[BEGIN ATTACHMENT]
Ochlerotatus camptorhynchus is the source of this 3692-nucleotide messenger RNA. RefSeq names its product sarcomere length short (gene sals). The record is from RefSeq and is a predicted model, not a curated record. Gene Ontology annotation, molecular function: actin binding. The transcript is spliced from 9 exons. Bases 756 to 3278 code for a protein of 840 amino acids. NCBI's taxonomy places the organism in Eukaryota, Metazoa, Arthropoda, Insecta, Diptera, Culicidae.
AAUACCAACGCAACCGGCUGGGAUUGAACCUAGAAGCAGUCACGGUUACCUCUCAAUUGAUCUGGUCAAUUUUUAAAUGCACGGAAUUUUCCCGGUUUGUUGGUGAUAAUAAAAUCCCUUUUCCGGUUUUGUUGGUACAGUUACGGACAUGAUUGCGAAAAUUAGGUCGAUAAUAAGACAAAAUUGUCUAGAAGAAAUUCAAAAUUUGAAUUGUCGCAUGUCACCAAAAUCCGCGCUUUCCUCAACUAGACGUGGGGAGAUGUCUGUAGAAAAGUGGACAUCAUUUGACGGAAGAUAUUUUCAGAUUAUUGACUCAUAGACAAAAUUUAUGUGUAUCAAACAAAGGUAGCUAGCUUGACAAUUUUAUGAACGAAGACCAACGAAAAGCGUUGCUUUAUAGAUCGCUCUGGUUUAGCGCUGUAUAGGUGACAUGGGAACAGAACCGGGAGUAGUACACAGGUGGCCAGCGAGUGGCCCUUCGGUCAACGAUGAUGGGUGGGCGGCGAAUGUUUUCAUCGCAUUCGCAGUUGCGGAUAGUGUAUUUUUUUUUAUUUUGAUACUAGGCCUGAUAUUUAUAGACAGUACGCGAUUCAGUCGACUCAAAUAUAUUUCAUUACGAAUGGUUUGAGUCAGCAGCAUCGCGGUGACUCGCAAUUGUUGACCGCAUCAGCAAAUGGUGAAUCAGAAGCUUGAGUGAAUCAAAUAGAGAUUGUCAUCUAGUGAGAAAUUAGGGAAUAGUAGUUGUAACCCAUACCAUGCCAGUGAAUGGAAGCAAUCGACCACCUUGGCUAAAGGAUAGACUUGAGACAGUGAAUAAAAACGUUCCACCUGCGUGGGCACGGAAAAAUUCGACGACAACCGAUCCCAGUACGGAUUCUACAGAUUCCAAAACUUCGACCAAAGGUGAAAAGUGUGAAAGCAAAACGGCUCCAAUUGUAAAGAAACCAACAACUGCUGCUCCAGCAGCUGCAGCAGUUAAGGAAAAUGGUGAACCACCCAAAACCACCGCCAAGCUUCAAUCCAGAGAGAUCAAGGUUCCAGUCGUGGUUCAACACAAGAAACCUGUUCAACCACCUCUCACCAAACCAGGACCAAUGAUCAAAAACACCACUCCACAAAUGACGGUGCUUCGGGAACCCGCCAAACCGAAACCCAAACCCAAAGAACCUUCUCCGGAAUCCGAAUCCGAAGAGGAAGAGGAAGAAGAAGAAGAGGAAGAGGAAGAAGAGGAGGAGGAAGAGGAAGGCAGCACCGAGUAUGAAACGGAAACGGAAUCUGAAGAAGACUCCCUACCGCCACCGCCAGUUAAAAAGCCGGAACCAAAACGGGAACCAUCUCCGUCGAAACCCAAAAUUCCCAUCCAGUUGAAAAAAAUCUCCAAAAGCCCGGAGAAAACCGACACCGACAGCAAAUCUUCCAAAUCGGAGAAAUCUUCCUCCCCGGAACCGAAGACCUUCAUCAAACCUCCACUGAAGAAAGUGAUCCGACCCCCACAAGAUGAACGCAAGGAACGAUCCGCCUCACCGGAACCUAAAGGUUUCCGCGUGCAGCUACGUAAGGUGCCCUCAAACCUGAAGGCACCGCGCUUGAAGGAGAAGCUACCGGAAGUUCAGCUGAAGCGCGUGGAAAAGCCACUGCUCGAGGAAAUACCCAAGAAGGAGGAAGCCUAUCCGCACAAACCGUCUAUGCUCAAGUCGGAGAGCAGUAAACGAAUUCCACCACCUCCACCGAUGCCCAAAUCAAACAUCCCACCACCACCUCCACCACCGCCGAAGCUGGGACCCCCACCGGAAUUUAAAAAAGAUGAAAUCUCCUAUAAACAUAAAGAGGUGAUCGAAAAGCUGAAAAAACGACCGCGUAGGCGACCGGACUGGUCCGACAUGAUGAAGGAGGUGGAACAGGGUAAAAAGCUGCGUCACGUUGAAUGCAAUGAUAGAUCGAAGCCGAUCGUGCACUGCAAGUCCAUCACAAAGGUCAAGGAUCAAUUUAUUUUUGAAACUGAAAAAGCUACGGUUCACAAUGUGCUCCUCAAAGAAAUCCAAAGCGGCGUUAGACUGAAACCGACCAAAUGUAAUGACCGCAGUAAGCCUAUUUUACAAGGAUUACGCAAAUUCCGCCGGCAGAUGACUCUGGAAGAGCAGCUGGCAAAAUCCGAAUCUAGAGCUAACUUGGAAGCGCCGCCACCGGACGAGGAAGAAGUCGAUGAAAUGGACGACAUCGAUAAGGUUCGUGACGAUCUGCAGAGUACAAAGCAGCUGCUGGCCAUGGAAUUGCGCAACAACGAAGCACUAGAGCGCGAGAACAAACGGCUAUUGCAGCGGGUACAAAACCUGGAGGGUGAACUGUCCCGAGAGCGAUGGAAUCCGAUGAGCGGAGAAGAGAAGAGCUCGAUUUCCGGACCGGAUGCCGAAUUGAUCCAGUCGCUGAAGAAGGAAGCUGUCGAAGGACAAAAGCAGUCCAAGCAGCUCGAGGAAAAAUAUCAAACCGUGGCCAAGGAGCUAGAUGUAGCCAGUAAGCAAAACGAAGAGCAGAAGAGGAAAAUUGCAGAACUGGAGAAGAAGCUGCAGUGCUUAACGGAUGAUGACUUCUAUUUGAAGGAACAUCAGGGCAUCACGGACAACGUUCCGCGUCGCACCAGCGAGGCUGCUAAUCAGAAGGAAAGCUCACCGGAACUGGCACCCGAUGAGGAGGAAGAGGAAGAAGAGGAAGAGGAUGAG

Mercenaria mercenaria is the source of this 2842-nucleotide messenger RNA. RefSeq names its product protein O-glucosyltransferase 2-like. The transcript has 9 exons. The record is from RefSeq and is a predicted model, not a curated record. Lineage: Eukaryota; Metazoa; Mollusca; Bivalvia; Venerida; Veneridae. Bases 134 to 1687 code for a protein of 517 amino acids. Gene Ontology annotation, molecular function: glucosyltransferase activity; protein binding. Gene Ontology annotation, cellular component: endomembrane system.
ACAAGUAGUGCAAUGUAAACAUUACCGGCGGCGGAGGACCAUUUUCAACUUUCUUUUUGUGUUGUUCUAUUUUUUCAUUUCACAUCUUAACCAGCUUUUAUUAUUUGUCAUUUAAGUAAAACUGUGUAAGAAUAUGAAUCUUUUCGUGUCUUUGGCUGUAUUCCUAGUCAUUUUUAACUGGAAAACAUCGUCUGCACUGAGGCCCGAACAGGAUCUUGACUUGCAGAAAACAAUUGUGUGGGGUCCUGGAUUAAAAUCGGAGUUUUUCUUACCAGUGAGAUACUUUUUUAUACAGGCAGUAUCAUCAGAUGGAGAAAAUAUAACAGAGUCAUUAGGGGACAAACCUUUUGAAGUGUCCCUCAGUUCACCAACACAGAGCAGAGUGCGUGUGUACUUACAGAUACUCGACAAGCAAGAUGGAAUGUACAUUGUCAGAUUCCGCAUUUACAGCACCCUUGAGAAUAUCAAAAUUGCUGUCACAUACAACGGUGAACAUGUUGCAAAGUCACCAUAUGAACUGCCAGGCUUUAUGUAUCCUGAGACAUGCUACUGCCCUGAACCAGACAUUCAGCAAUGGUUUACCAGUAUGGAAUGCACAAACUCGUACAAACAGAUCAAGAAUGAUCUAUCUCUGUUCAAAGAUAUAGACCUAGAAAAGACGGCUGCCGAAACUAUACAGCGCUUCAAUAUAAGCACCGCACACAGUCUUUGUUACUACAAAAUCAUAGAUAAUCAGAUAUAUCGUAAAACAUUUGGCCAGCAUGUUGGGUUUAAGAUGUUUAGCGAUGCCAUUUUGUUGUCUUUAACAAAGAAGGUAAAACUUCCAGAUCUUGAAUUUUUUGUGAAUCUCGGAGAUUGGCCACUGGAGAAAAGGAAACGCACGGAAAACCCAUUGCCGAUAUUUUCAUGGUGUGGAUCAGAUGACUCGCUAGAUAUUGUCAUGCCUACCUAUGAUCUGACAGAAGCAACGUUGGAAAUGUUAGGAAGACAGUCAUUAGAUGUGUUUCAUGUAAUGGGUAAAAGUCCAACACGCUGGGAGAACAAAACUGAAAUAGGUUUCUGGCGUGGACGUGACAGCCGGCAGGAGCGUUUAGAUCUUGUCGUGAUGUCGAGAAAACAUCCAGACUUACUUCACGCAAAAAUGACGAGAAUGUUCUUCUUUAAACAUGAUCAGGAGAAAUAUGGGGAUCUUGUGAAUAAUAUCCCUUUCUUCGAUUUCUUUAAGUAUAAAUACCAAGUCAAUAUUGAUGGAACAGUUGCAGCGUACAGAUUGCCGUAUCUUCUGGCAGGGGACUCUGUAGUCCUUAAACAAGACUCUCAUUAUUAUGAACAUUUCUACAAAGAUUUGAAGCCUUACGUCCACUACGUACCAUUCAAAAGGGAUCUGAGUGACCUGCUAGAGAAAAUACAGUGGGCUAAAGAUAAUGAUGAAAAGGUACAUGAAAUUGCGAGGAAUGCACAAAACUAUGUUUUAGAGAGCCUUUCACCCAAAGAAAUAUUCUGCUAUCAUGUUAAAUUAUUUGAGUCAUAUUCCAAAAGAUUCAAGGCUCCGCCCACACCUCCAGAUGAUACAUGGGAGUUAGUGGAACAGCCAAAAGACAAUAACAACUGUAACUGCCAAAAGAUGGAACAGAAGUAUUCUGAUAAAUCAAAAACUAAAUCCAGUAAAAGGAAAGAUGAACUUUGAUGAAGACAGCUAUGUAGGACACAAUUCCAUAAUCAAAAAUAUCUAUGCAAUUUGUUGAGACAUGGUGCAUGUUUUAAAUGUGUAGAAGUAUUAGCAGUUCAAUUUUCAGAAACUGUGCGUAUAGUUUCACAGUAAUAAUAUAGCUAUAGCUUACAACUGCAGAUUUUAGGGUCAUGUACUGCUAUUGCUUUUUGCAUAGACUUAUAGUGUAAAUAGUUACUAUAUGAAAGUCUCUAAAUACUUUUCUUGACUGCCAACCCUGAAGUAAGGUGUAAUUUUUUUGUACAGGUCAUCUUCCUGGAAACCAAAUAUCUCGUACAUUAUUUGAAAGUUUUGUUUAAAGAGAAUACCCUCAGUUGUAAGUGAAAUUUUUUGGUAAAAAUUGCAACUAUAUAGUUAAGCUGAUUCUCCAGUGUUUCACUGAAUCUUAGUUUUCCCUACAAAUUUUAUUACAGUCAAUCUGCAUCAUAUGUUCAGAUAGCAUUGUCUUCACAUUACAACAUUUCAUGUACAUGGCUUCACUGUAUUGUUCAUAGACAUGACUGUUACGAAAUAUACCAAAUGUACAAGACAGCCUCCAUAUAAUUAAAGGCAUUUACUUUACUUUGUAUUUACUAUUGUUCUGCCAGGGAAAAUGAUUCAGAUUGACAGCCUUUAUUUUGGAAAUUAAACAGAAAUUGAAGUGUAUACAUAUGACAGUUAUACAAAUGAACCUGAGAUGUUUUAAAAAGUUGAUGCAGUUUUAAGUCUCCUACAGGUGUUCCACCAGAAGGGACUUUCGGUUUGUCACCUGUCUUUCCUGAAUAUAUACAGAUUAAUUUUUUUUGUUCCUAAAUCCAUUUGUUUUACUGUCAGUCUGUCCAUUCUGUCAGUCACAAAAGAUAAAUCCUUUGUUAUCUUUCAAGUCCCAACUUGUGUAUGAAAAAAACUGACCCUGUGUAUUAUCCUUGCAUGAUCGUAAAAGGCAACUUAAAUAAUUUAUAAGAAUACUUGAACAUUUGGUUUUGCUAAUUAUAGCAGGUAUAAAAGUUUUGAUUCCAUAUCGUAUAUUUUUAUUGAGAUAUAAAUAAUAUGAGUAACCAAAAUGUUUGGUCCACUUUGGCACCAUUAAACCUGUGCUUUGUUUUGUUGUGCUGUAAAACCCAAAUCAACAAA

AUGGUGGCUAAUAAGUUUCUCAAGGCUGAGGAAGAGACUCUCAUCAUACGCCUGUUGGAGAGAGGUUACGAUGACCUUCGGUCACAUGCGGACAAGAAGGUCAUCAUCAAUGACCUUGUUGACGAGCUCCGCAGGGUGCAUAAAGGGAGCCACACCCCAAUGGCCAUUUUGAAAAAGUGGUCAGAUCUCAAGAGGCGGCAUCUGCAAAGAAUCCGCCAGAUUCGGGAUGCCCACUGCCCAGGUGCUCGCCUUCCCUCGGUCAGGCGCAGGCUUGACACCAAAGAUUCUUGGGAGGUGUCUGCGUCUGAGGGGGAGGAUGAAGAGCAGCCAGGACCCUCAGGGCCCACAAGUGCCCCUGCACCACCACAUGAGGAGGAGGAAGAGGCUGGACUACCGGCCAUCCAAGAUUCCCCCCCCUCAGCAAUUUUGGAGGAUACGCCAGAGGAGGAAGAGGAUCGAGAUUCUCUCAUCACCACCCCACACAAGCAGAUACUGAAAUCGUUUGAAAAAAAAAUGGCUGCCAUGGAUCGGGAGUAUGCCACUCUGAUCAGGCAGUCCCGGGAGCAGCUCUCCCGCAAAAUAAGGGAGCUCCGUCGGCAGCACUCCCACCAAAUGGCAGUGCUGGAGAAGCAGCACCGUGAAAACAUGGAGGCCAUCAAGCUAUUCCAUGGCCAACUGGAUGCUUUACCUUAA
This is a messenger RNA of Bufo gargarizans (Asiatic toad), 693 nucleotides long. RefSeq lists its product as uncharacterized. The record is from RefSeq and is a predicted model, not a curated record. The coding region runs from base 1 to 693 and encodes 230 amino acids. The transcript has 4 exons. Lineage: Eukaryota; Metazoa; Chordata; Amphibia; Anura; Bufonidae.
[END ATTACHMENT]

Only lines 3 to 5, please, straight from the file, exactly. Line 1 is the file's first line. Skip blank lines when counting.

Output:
Mercenaria mercenaria is the source of this 2842-nucleotide messenger RNA. RefSeq names its product protein O-glucosyltransferase 2-like. The transcript has 9 exons. The record is from RefSeq and is a predicted model, not a curated record. Lineage: Eukaryota; Metazoa; Mollusca; Bivalvia; Venerida; Veneridae. Bases 134 to 1687 code for a protein of 517 amino acids. Gene Ontology annotation, molecular function: glucosyltransferase activity; protein binding. Gene Ontology annotation, cellular component: endomembrane system.
ACAAGUAGUGCAAUGUAAACAUUACCGGCGGCGGAGGACCAUUUUCAACUUUCUUUUUGUGUUGUUCUAUUUUUUCAUUUCACAUCUUAACCAGCUUUUAUUAUUUGUCAUUUAAGUAAAACUGUGUAAGAAUAUGAAUCUUUUCGUGUCUUUGGCUGUAUUCCUAGUCAUUUUUAACUGGAAAACAUCGUCUGCACUGAGGCCCGAACAGGAUCUUGACUUGCAGAAAACAAUUGUGUGGGGUCCUGGAUUAAAAUCGGAGUUUUUCUUACCAGUGAGAUACUUUUUUAUACAGGCAGUAUCAUCAGAUGGAGAAAAUAUAACAGAGUCAUUAGGGGACAAACCUUUUGAAGUGUCCCUCAGUUCACCAACACAGAGCAGAGUGCGUGUGUACUUACAGAUACUCGACAAGCAAGAUGGAAUGUACAUUGUCAGAUUCCGCAUUUACAGCACCCUUGAGAAUAUCAAAAUUGCUGUCACAUACAACGGUGAACAUGUUGCAAAGUCACCAUAUGAACUGCCAGGCUUUAUGUAUCCUGAGACAUGCUACUGCCCUGAACCAGACAUUCAGCAAUGGUUUACCAGUAUGGAAUGCACAAACUCGUACAAACAGAUCAAGAAUGAUCUAUCUCUGUUCAAAGAUAUAGACCUAGAAAAGACGGCUGCCGAAACUAUACAGCGCUUCAAUAUAAGCACCGCACACAGUCUUUGUUACUACAAAAUCAUAGAUAAUCAGAUAUAUCGUAAAACAUUUGGCCAGCAUGUUGGGUUUAAGAUGUUUAGCGAUGCCAUUUUGUUGUCUUUAACAAAGAAGGUAAAACUUCCAGAUCUUGAAUUUUUUGUGAAUCUCGGAGAUUGGCCACUGGAGAAAAGGAAACGCACGGAAAACCCAUUGCCGAUAUUUUCAUGGUGUGGAUCAGAUGACUCGCUAGAUAUUGUCAUGCCUACCUAUGAUCUGACAGAAGCAACGUUGGAAAUGUUAGGAAGACAGUCAUUAGAUGUGUUUCAUGUAAUGGGUAAAAGUCCAACACGCUGGGAGAACAAAACUGAAAUAGGUUUCUGGCGUGGACGUGACAGCCGGCAGGAGCGUUUAGAUCUUGUCGUGAUGUCGAGAAAACAUCCAGACUUACUUCACGCAAAAAUGACGAGAAUGUUCUUCUUUAAACAUGAUCAGGAGAAAUAUGGGGAUCUUGUGAAUAAUAUCCCUUUCUUCGAUUUCUUUAAGUAUAAAUACCAAGUCAAUAUUGAUGGAACAGUUGCAGCGUACAGAUUGCCGUAUCUUCUGGCAGGGGACUCUGUAGUCCUUAAACAAGACUCUCAUUAUUAUGAACAUUUCUACAAAGAUUUGAAGCCUUACGUCCACUACGUACCAUUCAAAAGGGAUCUGAGUGACCUGCUAGAGAAAAUACAGUGGGCUAAAGAUAAUGAUGAAAAGGUACAUGAAAUUGCGAGGAAUGCACAAAACUAUGUUUUAGAGAGCCUUUCACCCAAAGAAAUAUUCUGCUAUCAUGUUAAAUUAUUUGAGUCAUAUUCCAAAAGAUUCAAGGCUCCGCCCACACCUCCAGAUGAUACAUGGGAGUUAGUGGAACAGCCAAAAGACAAUAACAACUGUAACUGCCAAAAGAUGGAACAGAAGUAUUCUGAUAAAUCAAAAACUAAAUCCAGUAAAAGGAAAGAUGAACUUUGAUGAAGACAGCUAUGUAGGACACAAUUCCAUAAUCAAAAAUAUCUAUGCAAUUUGUUGAGACAUGGUGCAUGUUUUAAAUGUGUAGAAGUAUUAGCAGUUCAAUUUUCAGAAACUGUGCGUAUAGUUUCACAGUAAUAAUAUAGCUAUAGCUUACAACUGCAGAUUUUAGGGUCAUGUACUGCUAUUGCUUUUUGCAUAGACUUAUAGUGUAAAUAGUUACUAUAUGAAAGUCUCUAAAUACUUUUCUUGACUGCCAACCCUGAAGUAAGGUGUAAUUUUUUUGUACAGGUCAUCUUCCUGGAAACCAAAUAUCUCGUACAUUAUUUGAAAGUUUUGUUUAAAGAGAAUACCCUCAGUUGUAAGUGAAAUUUUUUGGUAAAAAUUGCAACUAUAUAGUUAAGCUGAUUCUCCAGUGUUUCACUGAAUCUUAGUUUUCCCUACAAAUUUUAUUACAGUCAAUCUGCAUCAUAUGUUCAGAUAGCAUUGUCUUCACAUUACAACAUUUCAUGUACAUGGCUUCACUGUAUUGUUCAUAGACAUGACUGUUACGAAAUAUACCAAAUGUACAAGACAGCCUCCAUAUAAUUAAAGGCAUUUACUUUACUUUGUAUUUACUAUUGUUCUGCCAGGGAAAAUGAUUCAGAUUGACAGCCUUUAUUUUGGAAAUUAAACAGAAAUUGAAGUGUAUACAUAUGACAGUUAUACAAAUGAACCUGAGAUGUUUUAAAAAGUUGAUGCAGUUUUAAGUCUCCUACAGGUGUUCCACCAGAAGGGACUUUCGGUUUGUCACCUGUCUUUCCUGAAUAUAUACAGAUUAAUUUUUUUUGUUCCUAAAUCCAUUUGUUUUACUGUCAGUCUGUCCAUUCUGUCAGUCACAAAAGAUAAAUCCUUUGUUAUCUUUCAAGUCCCAACUUGUGUAUGAAAAAAACUGACCCUGUGUAUUAUCCUUGCAUGAUCGUAAAAGGCAACUUAAAUAAUUUAUAAGAAUACUUGAACAUUUGGUUUUGCUAAUUAUAGCAGGUAUAAAAGUUUUGAUUCCAUAUCGUAUAUUUUUAUUGAGAUAUAAAUAAUAUGAGUAACCAAAAUGUUUGGUCCACUUUGGCACCAUUAAACCUGUGCUUUGUUUUGUUGUGCUGUAAAACCCAAAUCAACAAA

AUGGUGGCUAAUAAGUUUCUCAAGGCUGAGGAAGAGACUCUCAUCAUACGCCUGUUGGAGAGAGGUUACGAUGACCUUCGGUCACAUGCGGACAAGAAGGUCAUCAUCAAUGACCUUGUUGACGAGCUCCGCAGGGUGCAUAAAGGGAGCCACACCCCAAUGGCCAUUUUGAAAAAGUGGUCAGAUCUCAAGAGGCGGCAUCUGCAAAGAAUCCGCCAGAUUCGGGAUGCCCACUGCCCAGGUGCUCGCCUUCCCUCGGUCAGGCGCAGGCUUGACACCAAAGAUUCUUGGGAGGUGUCUGCGUCUGAGGGGGAGGAUGAAGAGCAGCCAGGACCCUCAGGGCCCACAAGUGCCCCUGCACCACCACAUGAGGAGGAGGAAGAGGCUGGACUACCGGCCAUCCAAGAUUCCCCCCCCUCAGCAAUUUUGGAGGAUACGCCAGAGGAGGAAGAGGAUCGAGAUUCUCUCAUCACCACCCCACACAAGCAGAUACUGAAAUCGUUUGAAAAAAAAAUGGCUGCCAUGGAUCGGGAGUAUGCCACUCUGAUCAGGCAGUCCCGGGAGCAGCUCUCCCGCAAAAUAAGGGAGCUCCGUCGGCAGCACUCCCACCAAAUGGCAGUGCUGGAGAAGCAGCACCGUGAAAACAUGGAGGCCAUCAAGCUAUUCCAUGGCCAACUGGAUGCUUUACCUUAA